This information is provided by the National Institutes of Health (NIH) Genetic and Rare Diseases Information Center (GARD).
Late-onset familial Alzheimer disease, is a form of familial Alzheimer disease, that begins after age 65. In general, Alzheimer disease (AD) is a degenerative disease of the brain that causes gradual loss of memory, judgement and the ability to function socially. The exact underlying cause of late-onset familial AD is not completely understood; however, researchers suspect that it is a complex condition, which is likely associated with multiple susceptibility genes in combination with environmental and lifestyle factors. A gene called APOE has been studied extensively as a risk factor for the disease. In particular, a variant of this gene called the “e4 allele” seems to increase an individual’s risk for developing late-onset Alzheimer disease (people who have this allele are said to have the late-onset familial AD type 2). It is important to understand that APOE is a susceptibility gene, not a determinative gene, which means that people having two copies of this allele have an increased risk of having AD but not necessarily will have it. There is no cure for AD. Treatment is supportive and based on the signs and symptoms present in each person.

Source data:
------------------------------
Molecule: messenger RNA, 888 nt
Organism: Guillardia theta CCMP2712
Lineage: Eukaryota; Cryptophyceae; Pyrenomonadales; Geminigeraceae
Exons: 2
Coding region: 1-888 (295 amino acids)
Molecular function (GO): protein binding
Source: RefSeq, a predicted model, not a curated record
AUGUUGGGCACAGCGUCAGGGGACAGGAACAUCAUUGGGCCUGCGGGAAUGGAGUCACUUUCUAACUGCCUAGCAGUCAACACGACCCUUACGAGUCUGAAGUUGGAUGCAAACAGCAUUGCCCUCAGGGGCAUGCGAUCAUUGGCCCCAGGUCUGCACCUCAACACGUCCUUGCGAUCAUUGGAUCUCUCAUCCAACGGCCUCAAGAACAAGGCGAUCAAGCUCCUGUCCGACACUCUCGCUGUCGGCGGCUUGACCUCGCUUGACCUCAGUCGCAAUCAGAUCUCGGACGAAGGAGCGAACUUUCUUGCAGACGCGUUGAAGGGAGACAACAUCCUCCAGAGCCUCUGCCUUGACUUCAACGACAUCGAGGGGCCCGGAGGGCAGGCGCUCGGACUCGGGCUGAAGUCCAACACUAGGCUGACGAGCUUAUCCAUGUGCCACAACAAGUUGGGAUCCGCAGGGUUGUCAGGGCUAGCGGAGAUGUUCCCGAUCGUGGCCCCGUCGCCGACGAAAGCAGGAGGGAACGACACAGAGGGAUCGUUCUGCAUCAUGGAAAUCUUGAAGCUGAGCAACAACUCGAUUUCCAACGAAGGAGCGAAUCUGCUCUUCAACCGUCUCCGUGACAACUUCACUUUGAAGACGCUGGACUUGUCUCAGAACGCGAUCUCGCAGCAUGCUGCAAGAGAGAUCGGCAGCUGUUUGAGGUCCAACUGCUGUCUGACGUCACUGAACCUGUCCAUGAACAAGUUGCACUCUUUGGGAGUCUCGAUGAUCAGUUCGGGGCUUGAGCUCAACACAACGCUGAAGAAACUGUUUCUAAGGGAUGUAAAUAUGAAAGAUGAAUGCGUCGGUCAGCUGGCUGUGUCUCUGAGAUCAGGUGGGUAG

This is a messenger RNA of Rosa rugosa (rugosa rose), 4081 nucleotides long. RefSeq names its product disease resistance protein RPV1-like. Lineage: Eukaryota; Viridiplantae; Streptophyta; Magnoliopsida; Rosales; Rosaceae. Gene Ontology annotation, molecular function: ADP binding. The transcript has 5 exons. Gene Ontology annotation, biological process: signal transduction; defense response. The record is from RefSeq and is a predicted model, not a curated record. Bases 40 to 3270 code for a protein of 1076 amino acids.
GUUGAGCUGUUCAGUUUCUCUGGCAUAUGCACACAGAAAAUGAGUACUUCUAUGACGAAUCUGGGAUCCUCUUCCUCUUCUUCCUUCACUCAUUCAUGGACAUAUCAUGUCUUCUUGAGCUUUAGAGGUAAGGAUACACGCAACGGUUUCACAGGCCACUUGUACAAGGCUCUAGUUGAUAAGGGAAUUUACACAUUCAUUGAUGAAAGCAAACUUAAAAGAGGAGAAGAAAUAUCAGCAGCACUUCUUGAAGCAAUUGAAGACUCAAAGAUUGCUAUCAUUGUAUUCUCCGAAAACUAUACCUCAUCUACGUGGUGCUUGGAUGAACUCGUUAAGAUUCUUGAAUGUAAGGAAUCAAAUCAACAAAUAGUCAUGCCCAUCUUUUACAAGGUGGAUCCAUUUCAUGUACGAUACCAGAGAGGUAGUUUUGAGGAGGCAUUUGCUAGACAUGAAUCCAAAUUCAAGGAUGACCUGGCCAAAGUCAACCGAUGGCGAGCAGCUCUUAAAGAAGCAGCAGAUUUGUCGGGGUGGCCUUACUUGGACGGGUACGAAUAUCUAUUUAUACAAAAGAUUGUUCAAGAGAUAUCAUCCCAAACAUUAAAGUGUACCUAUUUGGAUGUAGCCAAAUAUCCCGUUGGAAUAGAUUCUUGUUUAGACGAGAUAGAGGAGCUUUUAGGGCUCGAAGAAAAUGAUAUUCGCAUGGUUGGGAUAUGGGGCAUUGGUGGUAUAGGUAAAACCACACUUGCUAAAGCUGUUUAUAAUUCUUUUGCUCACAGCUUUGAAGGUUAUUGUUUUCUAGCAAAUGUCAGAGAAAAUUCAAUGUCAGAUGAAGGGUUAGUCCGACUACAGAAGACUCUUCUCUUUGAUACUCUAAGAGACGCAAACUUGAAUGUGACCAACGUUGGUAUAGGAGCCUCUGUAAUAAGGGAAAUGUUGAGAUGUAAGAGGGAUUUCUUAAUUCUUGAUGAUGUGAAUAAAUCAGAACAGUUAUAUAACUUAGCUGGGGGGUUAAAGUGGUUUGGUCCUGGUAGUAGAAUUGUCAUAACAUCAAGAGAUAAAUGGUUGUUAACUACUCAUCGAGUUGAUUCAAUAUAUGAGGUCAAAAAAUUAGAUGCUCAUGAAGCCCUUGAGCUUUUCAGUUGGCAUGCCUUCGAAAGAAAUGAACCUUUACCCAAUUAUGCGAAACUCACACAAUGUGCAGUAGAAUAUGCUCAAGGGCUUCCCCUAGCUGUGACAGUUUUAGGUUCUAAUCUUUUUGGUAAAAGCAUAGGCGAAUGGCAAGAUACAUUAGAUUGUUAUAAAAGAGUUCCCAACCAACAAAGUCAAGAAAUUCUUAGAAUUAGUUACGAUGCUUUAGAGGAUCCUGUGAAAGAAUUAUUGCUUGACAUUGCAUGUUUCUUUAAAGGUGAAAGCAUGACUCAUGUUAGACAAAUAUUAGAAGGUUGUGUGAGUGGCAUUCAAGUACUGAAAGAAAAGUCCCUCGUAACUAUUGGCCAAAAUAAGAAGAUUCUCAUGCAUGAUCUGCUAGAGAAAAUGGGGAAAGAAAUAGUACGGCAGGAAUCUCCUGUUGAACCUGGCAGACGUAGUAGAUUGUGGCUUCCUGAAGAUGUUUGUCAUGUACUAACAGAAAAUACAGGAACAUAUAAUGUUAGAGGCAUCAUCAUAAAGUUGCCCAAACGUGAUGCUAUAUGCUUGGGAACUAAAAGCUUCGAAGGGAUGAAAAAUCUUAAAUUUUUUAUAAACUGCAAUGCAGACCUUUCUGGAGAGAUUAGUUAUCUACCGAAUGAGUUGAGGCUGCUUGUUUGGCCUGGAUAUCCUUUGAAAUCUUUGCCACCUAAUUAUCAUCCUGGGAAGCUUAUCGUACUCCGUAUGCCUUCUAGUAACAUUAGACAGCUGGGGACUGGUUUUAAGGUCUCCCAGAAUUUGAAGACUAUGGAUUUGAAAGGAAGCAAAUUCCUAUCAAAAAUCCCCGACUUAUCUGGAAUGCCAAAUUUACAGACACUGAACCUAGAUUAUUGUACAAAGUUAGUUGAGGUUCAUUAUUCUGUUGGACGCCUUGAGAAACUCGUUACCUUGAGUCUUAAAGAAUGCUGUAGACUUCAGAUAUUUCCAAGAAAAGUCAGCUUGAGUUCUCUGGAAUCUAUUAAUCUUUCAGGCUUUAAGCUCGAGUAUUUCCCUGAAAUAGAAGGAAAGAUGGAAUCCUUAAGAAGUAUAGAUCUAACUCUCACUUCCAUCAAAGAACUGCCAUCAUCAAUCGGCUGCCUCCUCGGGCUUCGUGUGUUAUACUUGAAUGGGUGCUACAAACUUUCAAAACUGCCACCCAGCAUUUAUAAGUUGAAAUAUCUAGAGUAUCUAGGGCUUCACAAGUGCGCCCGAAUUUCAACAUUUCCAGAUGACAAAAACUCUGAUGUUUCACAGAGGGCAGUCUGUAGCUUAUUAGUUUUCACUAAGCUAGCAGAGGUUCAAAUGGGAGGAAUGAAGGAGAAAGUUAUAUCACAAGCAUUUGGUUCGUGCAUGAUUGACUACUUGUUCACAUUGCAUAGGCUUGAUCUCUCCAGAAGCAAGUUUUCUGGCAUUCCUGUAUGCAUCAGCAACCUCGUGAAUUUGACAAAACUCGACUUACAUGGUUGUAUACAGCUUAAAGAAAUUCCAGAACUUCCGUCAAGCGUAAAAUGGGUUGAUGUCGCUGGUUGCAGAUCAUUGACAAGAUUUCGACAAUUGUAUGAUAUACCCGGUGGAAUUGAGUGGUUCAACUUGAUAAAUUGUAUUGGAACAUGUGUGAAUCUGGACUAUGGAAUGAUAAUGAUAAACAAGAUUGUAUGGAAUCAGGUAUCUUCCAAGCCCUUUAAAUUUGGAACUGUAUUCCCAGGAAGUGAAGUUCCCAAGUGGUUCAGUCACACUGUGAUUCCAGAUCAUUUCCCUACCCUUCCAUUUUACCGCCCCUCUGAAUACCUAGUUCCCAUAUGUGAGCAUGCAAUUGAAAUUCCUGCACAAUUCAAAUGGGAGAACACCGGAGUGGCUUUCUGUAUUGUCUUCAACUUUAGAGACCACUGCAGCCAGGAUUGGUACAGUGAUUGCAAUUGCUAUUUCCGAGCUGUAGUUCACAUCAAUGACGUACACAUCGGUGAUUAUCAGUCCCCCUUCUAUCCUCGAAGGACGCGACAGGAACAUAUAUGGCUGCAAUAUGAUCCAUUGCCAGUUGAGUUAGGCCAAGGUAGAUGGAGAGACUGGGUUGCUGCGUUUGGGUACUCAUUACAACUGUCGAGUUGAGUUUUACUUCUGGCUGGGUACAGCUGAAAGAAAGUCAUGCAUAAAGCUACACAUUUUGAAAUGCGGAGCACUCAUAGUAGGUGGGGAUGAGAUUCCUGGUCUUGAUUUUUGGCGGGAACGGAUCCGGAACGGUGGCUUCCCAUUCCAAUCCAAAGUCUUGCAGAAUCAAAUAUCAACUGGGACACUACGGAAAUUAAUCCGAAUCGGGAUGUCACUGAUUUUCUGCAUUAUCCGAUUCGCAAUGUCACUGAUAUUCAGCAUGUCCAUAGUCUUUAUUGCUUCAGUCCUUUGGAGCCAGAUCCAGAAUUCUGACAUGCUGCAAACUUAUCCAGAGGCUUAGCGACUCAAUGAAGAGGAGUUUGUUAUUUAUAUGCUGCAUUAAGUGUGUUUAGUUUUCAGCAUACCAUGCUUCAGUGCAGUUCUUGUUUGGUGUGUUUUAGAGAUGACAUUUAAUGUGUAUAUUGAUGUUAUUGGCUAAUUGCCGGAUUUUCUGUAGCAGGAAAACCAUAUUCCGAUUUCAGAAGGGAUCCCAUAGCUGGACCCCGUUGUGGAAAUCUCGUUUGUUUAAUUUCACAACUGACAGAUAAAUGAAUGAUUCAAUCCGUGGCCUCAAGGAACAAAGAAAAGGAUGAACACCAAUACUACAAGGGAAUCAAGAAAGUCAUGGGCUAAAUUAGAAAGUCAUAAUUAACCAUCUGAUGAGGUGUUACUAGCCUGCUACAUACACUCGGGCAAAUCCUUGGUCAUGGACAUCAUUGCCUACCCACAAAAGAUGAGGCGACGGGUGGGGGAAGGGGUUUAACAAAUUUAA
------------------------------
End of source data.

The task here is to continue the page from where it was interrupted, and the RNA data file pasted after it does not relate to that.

For more information, visit GARD.